Nevertheless we have also to be careful when using an object oriented programming language for implementation. For example it would not be feasible to use little pair objects to represent the molecules, instead we pass around two arguments. Further to avoid stack overflow we have to manually convert most of the needed internal routines so that they take advantage of tail recursion. Many of these details will be hidden from the application programmer by the Prolog API. So that externally we will provide objects representing a pair of a frame and a skeleton for the convenience of the application programmer.

In the following we see frames and skeletons in action. We show the object configuration before and after the successful unification of f(X) = f(g(Y)). Each frame is basically an array of molecule containers. A un-instantiated variable corresponds to an empty molecule which we represent by a null (⊥) frame and a null (⊥) skeleton:

Picture 8: Example Unification

The result of the unification is the instantiation X = g(Y). The instantiation is stored in the frame. Both the frame and the skeleton of the instantiation source are stored in the instantiation target molecule. On the other hand the skeletons themselves are left untouched. The skeletons are only referenced completely or partially by eventual instantiations.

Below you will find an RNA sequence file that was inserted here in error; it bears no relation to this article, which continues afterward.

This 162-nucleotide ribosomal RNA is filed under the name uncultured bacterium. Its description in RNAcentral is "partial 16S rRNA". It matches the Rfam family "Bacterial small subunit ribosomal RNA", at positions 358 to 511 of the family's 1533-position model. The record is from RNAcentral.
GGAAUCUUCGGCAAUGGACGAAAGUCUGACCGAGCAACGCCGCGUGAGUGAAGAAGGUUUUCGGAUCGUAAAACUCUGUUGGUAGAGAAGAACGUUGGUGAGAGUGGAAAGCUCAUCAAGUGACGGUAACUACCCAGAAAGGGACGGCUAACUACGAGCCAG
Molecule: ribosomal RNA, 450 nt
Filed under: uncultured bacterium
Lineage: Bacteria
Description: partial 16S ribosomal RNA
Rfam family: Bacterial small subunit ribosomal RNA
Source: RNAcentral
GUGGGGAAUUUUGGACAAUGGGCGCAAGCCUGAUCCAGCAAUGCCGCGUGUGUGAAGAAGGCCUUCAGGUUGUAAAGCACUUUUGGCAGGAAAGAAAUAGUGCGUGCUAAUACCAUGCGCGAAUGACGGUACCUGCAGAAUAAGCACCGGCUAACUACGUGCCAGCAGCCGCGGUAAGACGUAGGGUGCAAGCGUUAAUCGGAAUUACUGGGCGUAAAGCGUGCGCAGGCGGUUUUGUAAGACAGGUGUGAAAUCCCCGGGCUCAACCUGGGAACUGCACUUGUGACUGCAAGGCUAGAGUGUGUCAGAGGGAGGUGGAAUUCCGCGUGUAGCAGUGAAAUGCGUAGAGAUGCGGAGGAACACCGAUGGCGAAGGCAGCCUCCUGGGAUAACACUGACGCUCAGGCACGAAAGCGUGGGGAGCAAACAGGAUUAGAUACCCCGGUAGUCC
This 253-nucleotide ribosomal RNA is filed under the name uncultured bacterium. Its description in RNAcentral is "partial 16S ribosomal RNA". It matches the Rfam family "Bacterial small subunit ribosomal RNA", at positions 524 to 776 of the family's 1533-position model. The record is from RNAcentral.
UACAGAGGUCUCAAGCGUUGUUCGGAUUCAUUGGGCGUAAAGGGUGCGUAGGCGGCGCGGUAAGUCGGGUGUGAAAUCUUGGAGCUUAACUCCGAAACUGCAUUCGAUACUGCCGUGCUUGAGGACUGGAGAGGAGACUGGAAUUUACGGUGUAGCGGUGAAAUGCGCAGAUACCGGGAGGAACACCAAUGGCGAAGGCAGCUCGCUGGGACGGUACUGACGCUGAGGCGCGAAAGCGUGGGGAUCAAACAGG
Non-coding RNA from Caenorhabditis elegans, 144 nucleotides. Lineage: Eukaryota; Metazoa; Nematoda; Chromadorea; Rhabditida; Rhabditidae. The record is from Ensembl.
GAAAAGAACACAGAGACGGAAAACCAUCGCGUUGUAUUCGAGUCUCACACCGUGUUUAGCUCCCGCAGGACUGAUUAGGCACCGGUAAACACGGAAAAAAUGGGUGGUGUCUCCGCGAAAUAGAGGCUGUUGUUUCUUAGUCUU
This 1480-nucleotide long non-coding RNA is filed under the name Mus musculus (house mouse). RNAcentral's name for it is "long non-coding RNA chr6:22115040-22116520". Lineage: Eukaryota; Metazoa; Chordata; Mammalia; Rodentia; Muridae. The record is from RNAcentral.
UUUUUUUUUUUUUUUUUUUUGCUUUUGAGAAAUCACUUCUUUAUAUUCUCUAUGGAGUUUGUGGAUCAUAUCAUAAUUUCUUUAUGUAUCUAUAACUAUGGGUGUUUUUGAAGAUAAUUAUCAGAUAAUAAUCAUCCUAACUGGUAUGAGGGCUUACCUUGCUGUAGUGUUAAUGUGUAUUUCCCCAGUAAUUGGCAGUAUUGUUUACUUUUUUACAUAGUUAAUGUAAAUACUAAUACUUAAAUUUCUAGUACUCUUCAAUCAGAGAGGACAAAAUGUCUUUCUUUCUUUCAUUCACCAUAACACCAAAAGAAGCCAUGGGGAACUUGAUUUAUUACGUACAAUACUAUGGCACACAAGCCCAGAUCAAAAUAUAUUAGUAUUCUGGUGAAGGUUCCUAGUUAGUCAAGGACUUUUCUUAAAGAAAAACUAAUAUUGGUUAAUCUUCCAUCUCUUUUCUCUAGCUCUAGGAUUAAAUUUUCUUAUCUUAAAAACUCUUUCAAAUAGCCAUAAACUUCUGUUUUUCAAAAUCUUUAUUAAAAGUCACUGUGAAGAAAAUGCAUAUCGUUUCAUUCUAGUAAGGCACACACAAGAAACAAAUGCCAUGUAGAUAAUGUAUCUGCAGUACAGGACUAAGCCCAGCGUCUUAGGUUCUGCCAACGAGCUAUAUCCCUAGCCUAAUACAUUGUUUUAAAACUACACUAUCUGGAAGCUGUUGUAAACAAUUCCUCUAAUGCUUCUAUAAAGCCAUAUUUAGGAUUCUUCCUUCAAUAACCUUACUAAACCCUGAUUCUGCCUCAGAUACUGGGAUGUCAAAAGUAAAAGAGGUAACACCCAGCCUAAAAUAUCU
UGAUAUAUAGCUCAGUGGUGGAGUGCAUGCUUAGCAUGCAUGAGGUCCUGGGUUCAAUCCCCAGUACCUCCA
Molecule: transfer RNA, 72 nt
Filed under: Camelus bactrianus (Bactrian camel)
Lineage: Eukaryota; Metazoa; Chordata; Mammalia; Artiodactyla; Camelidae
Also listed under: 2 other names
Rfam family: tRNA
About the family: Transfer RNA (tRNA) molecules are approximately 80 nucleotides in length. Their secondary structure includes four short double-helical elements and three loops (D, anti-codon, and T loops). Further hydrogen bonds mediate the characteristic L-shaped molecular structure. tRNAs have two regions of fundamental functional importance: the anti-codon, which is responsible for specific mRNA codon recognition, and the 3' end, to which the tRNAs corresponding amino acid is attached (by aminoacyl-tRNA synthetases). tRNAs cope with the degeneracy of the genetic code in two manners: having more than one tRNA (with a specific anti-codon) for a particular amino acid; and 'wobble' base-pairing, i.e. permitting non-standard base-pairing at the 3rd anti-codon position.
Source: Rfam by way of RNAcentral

Unification is an operation that is heavily used by the interpreter during defined predicate execution. Each successful logical inference is based on the unification between a given goal and a clause head. Nevertheless we will less often see unification in the application programming interface. Instead we will provide the application programmer explicit construction and deconstruction operations. The reason is that these operations are easier to deal with than using a detour over unification based on patterns. Also it is not clear where the needed patterns come from in the first place.

Constructors solve the chicken egg problem for the existence of patterns. They will be particular useful in the call-in interface of the Prolog interpreter. They will allow the application programmer to create goals on the fly as he wishes and to submit them to the Prolog interpreter. The goals can contain built-in predicates and/or user defined predicates. So that constructors provide a uniform access to all predicates of the Prolog interpreter. The constructors should not only allow the construction of atomic values, it should also be possible to construct variables and compounds so that that all kinds of predicates can be invoked.